Why does this donkey matter? Well, for us today it is an incredible demonstration to the character of our Lord. Without ever saying anything it communicates the kind of person he is. He could have picked the most elaborate way of travel, but he chose a humble donkey. As a promise keeper, a promise fulfiller, but also as a humble King that has come to serve and make himself available. Both to the people in Israel during this time and to you today.

When you think about the beauty of what that represents for us, what kind of environment does it take for your children to thrive in? Because the Bible describes for us, God is a father who cares for us as his children. When you think about your home, what kind of home do you want to have for your kids to welcome them in so that they can be strong? So that they can grow and mature? Safe, right? Peaceful, protective, caring, loving, gracious, serving. That’s who Jesus is. He is that place that welcomes us through this posture.

And not only that, it becomes a model for God’s people. A model that I’ve even encouraged you as we started together, that we’ve displayed during this coronavirus. That God, for us is a humble servant, as a demonstration of how our lives should be led. So when you think about the significance of what Palm Sunday is for us, this image of this donkey becomes a massive picture to the character of our God and what he brings into our lives by giving himself in Jerusalem.

And not only does the Bible share the significance of this donkey, but he goes on in verse eight of Matthew 21 it says, in talking about this song, most of the crowds spread their coats on the road as Jesus came. And others were cutting branches from the trees and spreading them on the road. And the crowd’s going ahead of him. And those who followed were shouting, Hosanna to the son of David. Blessed is he who comes in the name of the Lord, Hosanna in the highest. And when he entered Jerusalem, all the city was stirred saying, who is this?

You can imagine this massive holiday, Jerusalem just packed and everyone buzzing. And it even tells you the crowds are just in the street and they see Jesus and no doubt in their minds. This Messianic picture of the last two chapters of the Old Testament. When the prophets went silent, they could be on their mind and they think about, okay, and here comes this Jesus that we’ve heard about. And he’s riding on a donkey just like Zachariah 9 says. And what’s their response?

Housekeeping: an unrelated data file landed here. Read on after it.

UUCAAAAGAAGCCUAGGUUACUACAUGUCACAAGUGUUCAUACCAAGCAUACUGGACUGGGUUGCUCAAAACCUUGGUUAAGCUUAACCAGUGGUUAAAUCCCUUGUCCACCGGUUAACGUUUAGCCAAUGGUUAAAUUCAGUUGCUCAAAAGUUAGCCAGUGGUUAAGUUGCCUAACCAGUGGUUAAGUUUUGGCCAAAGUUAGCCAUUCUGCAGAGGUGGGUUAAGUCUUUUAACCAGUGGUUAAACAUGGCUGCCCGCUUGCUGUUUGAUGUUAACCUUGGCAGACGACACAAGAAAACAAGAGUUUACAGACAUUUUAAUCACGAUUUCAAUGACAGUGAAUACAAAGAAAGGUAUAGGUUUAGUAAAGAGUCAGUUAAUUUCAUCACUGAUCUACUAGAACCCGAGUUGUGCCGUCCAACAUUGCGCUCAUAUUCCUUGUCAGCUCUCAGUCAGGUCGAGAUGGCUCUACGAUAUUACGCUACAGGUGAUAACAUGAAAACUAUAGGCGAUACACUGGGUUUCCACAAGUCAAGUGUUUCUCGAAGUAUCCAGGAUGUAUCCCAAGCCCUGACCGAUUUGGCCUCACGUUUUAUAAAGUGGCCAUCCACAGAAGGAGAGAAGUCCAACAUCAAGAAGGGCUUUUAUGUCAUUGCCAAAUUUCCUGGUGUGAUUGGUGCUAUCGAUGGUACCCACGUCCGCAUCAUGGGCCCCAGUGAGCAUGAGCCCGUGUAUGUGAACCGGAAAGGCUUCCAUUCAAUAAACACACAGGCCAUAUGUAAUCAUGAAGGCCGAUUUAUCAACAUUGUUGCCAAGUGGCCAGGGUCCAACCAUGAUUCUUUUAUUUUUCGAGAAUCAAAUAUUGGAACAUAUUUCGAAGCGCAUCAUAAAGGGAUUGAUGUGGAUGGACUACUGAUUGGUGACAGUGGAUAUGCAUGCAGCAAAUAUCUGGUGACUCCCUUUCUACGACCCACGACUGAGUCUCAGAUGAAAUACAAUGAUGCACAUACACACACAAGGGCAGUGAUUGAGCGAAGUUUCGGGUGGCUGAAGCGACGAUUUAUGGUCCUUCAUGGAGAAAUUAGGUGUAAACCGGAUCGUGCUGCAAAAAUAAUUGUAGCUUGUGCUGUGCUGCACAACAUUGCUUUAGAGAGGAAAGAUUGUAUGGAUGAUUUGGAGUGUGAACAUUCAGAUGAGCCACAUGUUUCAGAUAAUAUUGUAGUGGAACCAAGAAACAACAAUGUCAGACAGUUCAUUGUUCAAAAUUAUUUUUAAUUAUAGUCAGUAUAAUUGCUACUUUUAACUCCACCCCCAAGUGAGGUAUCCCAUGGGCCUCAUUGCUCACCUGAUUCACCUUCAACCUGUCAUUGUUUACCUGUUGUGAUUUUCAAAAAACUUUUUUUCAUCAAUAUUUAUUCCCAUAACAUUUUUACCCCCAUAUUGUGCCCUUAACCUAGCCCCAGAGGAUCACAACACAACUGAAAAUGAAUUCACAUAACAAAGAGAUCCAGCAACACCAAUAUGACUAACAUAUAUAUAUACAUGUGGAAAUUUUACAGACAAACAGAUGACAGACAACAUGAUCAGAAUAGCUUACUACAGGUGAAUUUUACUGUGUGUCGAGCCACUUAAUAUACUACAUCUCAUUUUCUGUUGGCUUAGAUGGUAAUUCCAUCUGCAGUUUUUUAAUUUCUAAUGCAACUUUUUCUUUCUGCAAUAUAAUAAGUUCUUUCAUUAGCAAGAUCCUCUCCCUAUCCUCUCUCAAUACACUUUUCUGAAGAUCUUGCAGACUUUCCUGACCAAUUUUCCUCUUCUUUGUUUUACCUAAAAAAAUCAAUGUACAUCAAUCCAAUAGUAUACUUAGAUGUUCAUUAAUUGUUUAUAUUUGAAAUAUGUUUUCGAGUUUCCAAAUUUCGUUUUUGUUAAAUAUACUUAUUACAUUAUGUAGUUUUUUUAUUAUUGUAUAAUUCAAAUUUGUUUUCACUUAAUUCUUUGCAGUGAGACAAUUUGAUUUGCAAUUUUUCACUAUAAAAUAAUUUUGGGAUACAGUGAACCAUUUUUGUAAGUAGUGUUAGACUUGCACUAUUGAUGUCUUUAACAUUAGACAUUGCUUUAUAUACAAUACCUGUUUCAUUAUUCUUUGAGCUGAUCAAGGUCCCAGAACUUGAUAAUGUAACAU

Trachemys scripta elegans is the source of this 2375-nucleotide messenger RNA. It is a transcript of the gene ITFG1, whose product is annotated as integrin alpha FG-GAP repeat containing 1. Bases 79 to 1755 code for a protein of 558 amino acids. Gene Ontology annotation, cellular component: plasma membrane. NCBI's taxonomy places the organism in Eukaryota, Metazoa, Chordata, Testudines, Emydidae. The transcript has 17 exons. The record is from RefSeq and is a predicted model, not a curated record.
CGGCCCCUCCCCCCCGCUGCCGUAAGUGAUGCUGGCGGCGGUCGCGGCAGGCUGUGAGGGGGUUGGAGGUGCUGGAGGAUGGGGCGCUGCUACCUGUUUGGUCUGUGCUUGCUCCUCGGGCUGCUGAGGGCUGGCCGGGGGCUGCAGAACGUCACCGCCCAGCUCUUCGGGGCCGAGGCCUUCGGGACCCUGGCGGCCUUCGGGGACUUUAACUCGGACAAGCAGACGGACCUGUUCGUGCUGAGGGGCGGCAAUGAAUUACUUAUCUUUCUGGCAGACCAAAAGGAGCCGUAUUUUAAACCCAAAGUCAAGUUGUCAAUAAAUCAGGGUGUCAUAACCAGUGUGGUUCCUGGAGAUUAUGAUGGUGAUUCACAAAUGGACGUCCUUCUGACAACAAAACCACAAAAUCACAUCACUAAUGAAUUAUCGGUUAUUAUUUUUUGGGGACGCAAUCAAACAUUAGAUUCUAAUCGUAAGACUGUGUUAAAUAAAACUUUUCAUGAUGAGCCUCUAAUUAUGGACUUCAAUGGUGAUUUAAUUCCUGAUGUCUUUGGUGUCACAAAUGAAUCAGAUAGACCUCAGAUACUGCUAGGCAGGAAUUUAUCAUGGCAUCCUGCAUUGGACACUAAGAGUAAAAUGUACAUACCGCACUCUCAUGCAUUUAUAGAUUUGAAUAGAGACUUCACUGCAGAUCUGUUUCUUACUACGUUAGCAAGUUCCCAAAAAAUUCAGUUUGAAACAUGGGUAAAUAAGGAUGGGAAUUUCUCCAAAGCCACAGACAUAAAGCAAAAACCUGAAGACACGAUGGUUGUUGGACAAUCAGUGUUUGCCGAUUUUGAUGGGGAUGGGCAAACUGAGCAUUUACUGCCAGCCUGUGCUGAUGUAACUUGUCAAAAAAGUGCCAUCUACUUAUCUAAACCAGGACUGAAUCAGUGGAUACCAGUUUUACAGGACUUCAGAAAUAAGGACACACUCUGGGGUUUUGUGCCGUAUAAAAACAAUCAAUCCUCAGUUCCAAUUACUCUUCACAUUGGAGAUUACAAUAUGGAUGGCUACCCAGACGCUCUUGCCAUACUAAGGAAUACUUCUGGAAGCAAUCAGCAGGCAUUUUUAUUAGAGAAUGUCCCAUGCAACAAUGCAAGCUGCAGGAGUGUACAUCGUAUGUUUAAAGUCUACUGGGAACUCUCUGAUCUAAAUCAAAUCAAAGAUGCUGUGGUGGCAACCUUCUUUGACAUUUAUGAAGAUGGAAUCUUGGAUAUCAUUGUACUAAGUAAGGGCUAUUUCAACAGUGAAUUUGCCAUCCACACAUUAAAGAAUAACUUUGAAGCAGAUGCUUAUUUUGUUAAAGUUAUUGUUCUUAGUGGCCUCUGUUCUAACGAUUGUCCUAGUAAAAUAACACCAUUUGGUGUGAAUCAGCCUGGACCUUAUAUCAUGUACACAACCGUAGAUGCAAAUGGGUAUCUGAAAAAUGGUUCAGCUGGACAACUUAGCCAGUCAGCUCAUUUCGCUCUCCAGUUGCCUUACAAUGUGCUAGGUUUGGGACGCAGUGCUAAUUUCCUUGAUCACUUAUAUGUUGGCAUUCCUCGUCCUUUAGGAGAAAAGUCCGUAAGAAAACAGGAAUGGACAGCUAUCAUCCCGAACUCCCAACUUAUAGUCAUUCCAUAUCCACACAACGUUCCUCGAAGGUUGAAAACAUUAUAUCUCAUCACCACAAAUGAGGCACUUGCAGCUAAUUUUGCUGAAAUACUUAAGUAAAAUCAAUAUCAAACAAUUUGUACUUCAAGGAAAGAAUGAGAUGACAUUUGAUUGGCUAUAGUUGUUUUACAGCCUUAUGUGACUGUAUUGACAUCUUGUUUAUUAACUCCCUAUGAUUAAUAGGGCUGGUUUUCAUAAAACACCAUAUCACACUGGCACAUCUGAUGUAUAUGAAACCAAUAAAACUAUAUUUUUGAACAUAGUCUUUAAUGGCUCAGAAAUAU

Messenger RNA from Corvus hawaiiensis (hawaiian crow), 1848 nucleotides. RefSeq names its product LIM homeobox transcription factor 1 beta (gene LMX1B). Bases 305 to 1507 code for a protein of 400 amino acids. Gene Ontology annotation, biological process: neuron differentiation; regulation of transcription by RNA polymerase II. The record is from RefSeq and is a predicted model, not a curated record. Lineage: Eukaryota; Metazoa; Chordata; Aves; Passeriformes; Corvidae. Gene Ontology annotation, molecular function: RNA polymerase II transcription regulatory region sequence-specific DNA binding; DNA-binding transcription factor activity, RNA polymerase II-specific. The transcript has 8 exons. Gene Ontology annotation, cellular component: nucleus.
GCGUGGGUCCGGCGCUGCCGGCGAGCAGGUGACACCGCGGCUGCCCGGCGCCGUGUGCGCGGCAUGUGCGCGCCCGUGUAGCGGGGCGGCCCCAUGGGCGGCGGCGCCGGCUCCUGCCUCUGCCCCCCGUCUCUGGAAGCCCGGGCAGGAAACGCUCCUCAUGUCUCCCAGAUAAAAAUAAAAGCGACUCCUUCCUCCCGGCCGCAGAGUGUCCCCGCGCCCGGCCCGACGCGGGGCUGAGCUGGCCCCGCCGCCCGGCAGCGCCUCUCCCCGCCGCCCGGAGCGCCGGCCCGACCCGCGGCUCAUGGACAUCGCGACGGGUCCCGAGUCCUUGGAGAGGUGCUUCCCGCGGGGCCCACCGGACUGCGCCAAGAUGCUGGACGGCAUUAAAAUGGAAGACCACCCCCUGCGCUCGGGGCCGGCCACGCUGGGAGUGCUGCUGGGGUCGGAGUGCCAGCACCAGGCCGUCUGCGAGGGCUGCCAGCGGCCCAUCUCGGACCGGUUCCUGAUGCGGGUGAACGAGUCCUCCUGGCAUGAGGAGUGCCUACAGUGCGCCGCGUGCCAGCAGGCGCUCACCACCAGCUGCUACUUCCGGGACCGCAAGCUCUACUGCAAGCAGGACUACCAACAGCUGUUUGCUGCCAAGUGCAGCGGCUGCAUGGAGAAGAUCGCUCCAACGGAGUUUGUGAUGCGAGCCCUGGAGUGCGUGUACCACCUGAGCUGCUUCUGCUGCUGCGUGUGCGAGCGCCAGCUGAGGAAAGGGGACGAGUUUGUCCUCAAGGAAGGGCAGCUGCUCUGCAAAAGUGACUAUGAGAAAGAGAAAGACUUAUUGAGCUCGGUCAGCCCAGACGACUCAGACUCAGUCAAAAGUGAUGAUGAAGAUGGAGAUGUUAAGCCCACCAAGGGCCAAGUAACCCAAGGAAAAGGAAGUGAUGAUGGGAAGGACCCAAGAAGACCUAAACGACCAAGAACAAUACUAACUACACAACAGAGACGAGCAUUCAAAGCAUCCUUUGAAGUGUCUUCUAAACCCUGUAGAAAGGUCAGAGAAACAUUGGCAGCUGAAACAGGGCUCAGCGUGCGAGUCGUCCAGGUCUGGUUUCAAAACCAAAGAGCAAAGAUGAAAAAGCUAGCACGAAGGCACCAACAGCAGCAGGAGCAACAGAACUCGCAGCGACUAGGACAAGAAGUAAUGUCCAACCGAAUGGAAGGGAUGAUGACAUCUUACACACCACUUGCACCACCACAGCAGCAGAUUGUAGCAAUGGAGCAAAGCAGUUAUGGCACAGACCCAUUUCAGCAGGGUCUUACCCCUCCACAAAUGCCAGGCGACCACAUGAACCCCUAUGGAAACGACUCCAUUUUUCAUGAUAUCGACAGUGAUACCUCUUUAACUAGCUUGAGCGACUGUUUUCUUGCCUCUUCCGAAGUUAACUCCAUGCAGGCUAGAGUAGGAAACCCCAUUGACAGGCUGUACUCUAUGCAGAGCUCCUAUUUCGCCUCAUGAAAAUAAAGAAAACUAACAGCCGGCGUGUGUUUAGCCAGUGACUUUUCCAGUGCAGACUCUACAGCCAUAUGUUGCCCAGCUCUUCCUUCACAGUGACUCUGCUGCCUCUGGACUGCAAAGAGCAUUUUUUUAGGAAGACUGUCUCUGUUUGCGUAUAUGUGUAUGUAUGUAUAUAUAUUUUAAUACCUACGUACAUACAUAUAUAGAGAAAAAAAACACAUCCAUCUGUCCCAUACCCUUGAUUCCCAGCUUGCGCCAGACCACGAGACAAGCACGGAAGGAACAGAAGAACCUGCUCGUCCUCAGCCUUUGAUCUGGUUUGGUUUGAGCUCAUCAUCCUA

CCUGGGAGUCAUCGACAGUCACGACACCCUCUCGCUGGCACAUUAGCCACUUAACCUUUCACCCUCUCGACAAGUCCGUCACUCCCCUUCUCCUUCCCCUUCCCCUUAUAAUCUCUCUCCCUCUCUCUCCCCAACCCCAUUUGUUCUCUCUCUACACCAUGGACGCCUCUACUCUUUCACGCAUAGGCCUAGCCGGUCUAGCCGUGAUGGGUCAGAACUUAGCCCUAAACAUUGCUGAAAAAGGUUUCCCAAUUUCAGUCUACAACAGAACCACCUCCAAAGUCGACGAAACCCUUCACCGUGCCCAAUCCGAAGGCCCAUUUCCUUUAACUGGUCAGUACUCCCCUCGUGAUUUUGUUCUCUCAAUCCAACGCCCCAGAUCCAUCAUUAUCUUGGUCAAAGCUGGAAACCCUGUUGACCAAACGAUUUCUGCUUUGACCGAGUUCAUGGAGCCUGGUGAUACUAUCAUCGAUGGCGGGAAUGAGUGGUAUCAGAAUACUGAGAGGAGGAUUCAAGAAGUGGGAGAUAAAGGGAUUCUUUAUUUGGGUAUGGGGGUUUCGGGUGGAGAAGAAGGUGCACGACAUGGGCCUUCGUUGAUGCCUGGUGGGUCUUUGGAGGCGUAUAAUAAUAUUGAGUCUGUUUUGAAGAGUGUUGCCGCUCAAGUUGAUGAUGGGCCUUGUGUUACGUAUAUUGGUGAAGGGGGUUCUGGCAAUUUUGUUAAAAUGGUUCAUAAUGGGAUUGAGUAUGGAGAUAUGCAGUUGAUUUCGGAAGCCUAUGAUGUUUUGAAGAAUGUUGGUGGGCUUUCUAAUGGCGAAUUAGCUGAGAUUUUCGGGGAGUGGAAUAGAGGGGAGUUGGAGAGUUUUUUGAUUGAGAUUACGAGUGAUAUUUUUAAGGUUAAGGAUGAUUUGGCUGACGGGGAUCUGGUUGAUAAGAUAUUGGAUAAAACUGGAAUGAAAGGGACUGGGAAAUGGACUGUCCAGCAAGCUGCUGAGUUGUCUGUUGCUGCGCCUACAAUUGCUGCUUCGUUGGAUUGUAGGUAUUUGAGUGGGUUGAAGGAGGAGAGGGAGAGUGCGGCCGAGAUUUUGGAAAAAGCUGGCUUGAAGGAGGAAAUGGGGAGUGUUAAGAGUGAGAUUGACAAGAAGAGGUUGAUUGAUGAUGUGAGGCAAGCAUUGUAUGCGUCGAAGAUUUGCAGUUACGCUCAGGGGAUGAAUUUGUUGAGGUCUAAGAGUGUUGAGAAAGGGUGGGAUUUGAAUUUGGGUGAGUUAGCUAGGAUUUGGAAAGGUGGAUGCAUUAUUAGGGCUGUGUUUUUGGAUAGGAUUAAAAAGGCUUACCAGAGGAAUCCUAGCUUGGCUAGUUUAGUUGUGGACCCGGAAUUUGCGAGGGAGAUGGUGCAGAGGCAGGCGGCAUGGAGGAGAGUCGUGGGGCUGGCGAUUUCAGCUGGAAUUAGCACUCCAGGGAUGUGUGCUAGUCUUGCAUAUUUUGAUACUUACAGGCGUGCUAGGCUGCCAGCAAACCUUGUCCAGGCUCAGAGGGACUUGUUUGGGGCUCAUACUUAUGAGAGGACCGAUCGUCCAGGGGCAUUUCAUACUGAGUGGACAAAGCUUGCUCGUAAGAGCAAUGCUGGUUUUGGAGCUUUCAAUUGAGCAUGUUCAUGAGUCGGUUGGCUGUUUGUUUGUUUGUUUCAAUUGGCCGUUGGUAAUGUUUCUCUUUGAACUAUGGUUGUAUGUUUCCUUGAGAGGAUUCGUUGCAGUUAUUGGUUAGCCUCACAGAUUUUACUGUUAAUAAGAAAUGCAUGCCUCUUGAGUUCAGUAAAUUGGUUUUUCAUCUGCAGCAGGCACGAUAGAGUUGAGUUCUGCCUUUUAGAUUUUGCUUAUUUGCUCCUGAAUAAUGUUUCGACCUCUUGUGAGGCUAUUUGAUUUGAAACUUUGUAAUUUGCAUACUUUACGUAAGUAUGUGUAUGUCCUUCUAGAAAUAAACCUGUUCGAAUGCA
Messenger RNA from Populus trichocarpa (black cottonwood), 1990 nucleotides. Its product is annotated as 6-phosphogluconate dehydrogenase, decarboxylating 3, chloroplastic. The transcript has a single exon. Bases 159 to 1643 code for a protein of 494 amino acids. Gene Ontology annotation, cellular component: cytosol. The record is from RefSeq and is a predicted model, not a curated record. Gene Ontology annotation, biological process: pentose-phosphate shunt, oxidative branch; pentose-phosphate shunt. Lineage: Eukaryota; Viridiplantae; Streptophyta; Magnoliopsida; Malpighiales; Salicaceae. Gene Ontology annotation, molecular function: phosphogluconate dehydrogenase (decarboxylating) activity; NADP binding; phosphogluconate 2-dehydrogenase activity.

Well, it tells us in verse nine, they sing the song Hosanna. Hosanna. The son of David. Blessed is he who comes in the name of the Lord. Why does this song manner? Why does Matthew want us to know about this song? Well, when you study this Passover time period, it was common for Israel during the Passover, part of this celebration included a portion of scripture reading and scripture singing, which was called the Hallel, the songs of ascent, which is Psalm 113 to 118. Israel would sing these Psalms during the Passover celebration and most likely just to pass the time in their travel. What these individuals are doing as they walked this road, they’re singing the Hallel, these the song of ascent. And some speculate the reason it’s called the songs of ascent is because to get to Jerusalem, they’re going up.

And so they would sing these songs as they go up. And could you imagine this moment, you see Jesus coming on the back of a donkey and you’re singing these songs and all of a sudden in the middle of these songs, you get to this portion of scripture that cries out this prophetic statement about the Messiah himself. How ironic or maybe of divine circumstance that Jesus would be riding on a donkey as they’re shouting and singing these very words, Hosanna, Hosanna. Blessed is he who comes in the name of the Lord. This, this word Hosannah means salvation now. And they’re quoting from Psalm 118:25-26.

Could you imagine being Israel in this moment? That the Passover was an event that took place in Israel’s history as they escaped out of Egypt, that God brought the Passover lamb and said, cover the blood of the lamb over your doorposts. And God will let the death angel go through Egypt and you’ll be able to escape, if you apply the blood of the lamb. And whoever applies the blood, you won’t die or your firstborn will live. And so they apply the blood and and Pharaoh lets them free. And they run in that freedom towards the promised land that God would provide.

And this physical Passover in Egypt became a model throughout the rest of scripture of what God would ultimately do through the true Messiah. And in these moments, they cry out towards the Messiah.

Salvation. Hosanna, save now God. This picture is now being fulfilled of this physical Passover in the one who would ultimately come and rescue them.

And what this Psalm reminds us of, is that Christ gives us a song to sing. As true as it was for the children of Israel in singing this song, as true as it is for us today. That in his salvation guys, he gives us a song to sing. This week is your week in that reflection to sing that song of praise. To allow your heart to embrace not only the gift historically of this moment, but what it represents to you today. That Jesus would be this rescuer for you and your heart can rejoice in the coming of this Messiah, that he’s given your soul a reason to sing his praise.